Invisibility in a Public Death

I’m mourning the loss of Clarksdale mayoral candidate Marco McMillian, who at 34 was murdered, his body beaten, dragged, set on fire and left in a levee in Northeast Mississippi.  From most reports McMillian seemed to be an amazing man, dedicated to his community and well decorated for his contributions.  McMillian was openly gay and his candidacy was supported by the Victory Fund, an organization that provides political support and fundraising capacity to out lesbian, gay, bisexual, transgender and queer (LGBTQ) candidates.  Having organized LGBTQ youth in Mississippi since 2008, I’m more used to closeted politicians that the LGBTQ community knows about but the public doesn’t, or those who are outed in less-than-desirable ways.

I couldn’t help but to think back to the death of “Dylan” the summer I arrived in Mississippi.  The details, even at the time, were blurry. Dylan was a mainstay at one of the only gay-straight alliance (GSA) groups in the state at the time. I met up with him a few times, and he met my parents when they came to visit and help with the first LGBTQ youth conference in the state that I was a part of organizing.  He wore tight jeans, had tons of piercings, and had a furry backpack he carried around.  He was out loud and proud in an environment where that wasn’t too common or accepted.  I remember him fondly.

Having recently moved to the state, I was still building networks and forming relationships with the LGBTQ community, and word got back to me from a colleague that Dylan was dead.  She was hearing that he had been killed for being perceived as too flamboyantly gay after a confrontation in a fast food drive-thru.  It was a hate crime, she thought, and what could we do?  Could we get the security tapes from the fast food chain?  Did I know anyone at the FBI?  I was told that Dylan crawled to his death, taking refuge at a gay bar nearby and dying shortly after the incident. I was in charge, somehow, of helping the youth I worked with process what they were hearing.  I knew even then that we may never get the full truth.

I felt helpless and felt an overwhelming sadness.  I pulled the levers I knew how to pull, calling attorneys that had worked in LGBTQ issues and reaching out to community members who knew law enforcement officials.  The family didn’t think there was any malice involved in Dylan’s death.  The trail ended there.  The family wasn’t demanding justice.  They wanted to move on, not talk about it any more, and wanted “trouble makers” like me and my colleagues to let well enough alone.

My colleague attended the funeral, and to her horror it wasn’t Dylan that they were remembering and burying.  His family, embarrassed by Dylan being gay and flamboyant, had dyed his hair back to its natural color, removed his piercings, and put him in a suit he never would have worn.  She didn’t recognize him in the casket, and the funeral wasn’t a celebration of his life at all.  Worse yet, the minister preached about sins and the need to repent.  My colleague was scarred.  We still remember Dylan and the funeral was a profound aggression on who Dylan was.  I told my parents that Dylan was dead and my father, still “evolving” in his understanding of LGBTQ issues, wept. Families can be a support or a profound complication and source of pain for LGBTQ people.  While the words aren’t hateful or shaming, there does seem to be a confusing amount of denial about McMillian’s sexual orientation from his family.  His mother stated that only “friends and family” knew McMillian was gay, which seems improbable given that he was publicly backed by the Victory Fund.  I’ve found that family acceptance is on a spectrum, and even for publicly out members of the community denial on behalf of their family and friends is common.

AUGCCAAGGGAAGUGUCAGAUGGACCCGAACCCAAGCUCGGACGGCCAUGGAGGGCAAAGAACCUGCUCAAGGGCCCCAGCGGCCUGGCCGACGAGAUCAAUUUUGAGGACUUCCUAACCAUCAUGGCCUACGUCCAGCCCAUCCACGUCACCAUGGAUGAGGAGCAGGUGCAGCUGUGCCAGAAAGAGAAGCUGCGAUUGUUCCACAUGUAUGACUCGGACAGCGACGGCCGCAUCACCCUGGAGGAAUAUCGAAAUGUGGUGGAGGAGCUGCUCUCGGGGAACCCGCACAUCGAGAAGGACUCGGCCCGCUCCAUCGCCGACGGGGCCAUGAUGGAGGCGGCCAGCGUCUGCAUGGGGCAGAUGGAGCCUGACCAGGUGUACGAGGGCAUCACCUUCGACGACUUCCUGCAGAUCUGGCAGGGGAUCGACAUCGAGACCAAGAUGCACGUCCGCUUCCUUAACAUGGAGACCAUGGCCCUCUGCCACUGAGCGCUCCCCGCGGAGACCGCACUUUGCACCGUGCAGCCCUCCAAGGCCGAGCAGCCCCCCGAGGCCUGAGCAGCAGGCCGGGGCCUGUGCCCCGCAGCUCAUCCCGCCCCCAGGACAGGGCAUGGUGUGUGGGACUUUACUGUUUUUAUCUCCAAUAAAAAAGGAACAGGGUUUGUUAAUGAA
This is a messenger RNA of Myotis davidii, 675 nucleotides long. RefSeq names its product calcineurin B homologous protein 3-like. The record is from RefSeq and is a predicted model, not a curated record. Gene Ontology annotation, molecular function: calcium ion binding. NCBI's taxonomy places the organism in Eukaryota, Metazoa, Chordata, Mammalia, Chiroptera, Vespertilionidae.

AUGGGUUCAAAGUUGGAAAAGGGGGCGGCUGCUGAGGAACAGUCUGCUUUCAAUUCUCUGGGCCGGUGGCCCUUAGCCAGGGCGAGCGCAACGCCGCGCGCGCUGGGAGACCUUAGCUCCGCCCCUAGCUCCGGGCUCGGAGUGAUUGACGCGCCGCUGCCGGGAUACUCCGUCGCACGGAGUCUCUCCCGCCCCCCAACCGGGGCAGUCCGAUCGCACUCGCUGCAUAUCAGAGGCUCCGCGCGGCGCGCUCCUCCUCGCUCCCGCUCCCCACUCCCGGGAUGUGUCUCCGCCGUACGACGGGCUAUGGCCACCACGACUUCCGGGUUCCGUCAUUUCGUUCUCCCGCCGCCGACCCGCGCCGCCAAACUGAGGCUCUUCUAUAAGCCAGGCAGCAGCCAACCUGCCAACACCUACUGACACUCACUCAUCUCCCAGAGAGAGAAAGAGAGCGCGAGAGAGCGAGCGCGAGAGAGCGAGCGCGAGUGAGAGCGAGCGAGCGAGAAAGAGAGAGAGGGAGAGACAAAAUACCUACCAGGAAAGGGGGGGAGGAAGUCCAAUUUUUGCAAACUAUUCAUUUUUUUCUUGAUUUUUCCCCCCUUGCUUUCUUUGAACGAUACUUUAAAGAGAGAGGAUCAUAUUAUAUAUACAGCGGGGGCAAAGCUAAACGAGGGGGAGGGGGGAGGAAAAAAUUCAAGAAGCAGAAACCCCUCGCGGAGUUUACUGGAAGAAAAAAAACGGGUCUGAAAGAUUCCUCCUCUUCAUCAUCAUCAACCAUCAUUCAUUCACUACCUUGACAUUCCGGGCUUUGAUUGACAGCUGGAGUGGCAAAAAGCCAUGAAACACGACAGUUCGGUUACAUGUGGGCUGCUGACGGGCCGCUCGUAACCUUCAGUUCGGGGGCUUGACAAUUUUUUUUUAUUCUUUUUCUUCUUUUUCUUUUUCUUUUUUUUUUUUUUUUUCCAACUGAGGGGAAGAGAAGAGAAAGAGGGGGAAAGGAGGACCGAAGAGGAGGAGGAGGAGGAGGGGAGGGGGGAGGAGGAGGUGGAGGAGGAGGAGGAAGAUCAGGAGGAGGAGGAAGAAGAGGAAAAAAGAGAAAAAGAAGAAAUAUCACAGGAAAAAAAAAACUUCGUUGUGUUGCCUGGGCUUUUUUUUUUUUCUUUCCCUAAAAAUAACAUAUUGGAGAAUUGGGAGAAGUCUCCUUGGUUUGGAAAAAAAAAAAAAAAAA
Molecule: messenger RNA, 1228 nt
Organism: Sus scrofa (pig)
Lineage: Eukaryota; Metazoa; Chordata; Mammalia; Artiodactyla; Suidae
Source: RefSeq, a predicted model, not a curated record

At the time we couldn’t get any law enforcement attention on Dylan’s death, and given the slow response of the FBI to the very public death of McMillian I’m not surprised that Dylan’s death wasn’t registering.  In a state like Mississippi, which claims to be pro-life, it’s a sad statement to realize that some lives matter more than others.  Mississippi’s governor, Phil Bryant, thinks that people who disagree with him about abortion are siding with Satan (no, really) so I can only imagine what he thinks of the dignity and worth of LGBTQ people.

We need a fair and unbiased investigation into the circumstances of McMillian’s murder.  Mississippi has shown that it can’t be trusted to prevent heinous acts of violence against minorities, nor to investigate such acts with due diligence.  Law enforcement, families, and an overarching system of laws that disparage and harm LGBTQ people and their families combine to produce an environment where a fair investigation may not be possible. According to latest reports, the FBI is “monitoring” the situation but is not investigating McMillian’s death.  Given Mississippi’s history, and given that sources like GLSEN report that Mississippi is ranked last in supporting LGBTQ youth, federal resources are needed.

I, too, picture the Good Ole’ Boy sheriff who says something out of a movie like “we don’t see no hate crime here.” The irony is that the sheriff cannot see a hate crime based on sexual orientation (or gender identity for that matter) according to state law.  Mississippi is one of 15 states in the country that does not include sexual orientation or gender identity in its hate crimes statute.  Four of these states are in the South.

The lack of legal protections, compounded by a society that sees LGBTQ people as morally errant, has rendered McMillian invisible in his own backyard, even as his murder is publicized around the world.

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